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MUSIC THERAPY SOOTHES BODY AND SOUL
Manuel Perez eyed Raul Flores with a curious look when the young man walked into his room on the 18th floor of the Nix Medical Center one recent afternoon.
Flores introduced himself and lifted an Ibanez six-string acoustic guitar from a black carrying case. He pushed a chair near the bed, sat down and strummed the melody to the 1984 song, "Smooth Operator," by British R&B group Sade, with a flamenco flair.
Perez nodded his head as the guitarist sang about city lights and business nights.
"I like the way you play,” Perez, 51, said, as he clapped his hands. “You're very good, man!”
Flores serenades patients three days a week, two to three hours a day. He's also taken his one-man show to the center's cafeteria and first-floor lobby. Flores, a full-time valet driver at the center since 2012, began volunteering as an aspiring music therapist this summer. He plays a variety of songs, from Latin jazz to the classics.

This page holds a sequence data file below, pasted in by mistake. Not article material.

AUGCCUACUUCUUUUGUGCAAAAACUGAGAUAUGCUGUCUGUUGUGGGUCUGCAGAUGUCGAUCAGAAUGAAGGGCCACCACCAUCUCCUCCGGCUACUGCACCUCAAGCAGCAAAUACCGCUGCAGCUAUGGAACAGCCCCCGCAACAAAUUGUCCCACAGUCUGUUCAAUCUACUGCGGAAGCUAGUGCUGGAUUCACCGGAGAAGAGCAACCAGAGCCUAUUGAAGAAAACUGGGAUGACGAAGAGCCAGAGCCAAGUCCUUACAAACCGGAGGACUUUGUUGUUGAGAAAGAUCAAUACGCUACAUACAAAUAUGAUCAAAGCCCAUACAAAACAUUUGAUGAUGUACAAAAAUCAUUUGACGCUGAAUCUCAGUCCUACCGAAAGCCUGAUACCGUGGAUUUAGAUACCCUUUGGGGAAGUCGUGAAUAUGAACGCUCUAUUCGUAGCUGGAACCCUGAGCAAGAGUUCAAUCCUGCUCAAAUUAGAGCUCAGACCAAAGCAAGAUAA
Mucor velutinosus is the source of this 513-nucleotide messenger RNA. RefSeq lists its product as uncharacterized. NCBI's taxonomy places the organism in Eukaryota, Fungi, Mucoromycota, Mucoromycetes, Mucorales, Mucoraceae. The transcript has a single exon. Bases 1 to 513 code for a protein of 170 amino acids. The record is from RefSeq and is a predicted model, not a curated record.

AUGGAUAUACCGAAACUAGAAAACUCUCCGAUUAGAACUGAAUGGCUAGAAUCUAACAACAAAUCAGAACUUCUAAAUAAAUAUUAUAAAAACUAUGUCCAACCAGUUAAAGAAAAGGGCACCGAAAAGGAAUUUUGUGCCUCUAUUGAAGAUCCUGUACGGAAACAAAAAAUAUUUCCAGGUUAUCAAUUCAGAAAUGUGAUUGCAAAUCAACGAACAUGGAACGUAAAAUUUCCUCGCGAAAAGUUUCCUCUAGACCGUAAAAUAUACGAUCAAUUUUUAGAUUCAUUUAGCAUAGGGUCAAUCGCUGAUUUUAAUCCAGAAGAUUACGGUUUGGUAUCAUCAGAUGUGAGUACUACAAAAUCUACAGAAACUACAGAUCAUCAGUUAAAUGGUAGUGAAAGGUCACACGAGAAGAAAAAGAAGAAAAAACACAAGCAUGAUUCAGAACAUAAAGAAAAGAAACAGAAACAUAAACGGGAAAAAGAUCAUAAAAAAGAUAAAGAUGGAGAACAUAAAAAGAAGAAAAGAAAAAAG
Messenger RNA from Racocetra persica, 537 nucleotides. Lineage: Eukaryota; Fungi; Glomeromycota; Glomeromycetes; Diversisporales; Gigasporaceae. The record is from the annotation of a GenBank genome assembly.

“It's been tremendous,” Flores said. “I'm very happy to be part of all this. It's been therapeutic for the patient as well as myself.”
He stops at the nurses' station on each floor before each shift to see which patients might be interested in hearing him play.
Flores, who has been playing since he was 15, was approved to provide the live music after a 2-minute audition for the president and hospital administrators.
According to the American Music Therapy Association, music therapy is an established health service used to address “physical, psychological, cognitive and or social functioning for patients of all ages.”
Credentialed music therapists have played at a variety of institutions that include hospitals, nursing homes, correctional facilities and hospice programs for decades.
In June 2012, Michelle Flaig, an employee health nurse, asked Flores if he'd ever thought of a career in music therapy. Her question prompted him to do some research and he's now planning to transfer to Incarnate Word to seek a bachelor's degree in music therapy.
The first person he played for was his grandfather, who had Alzheimer's and Parkinson's. After noticing improvement in his grandfather's health, he began playing for others.
Dr. Uma C. Nair, a member of the medical staff and one of his mentors, said they both learned very quickly "how healing happens not just through medication, but through conversation and through music."
"I feel music is so important," she said. "The soothing effect it provides can be powerful."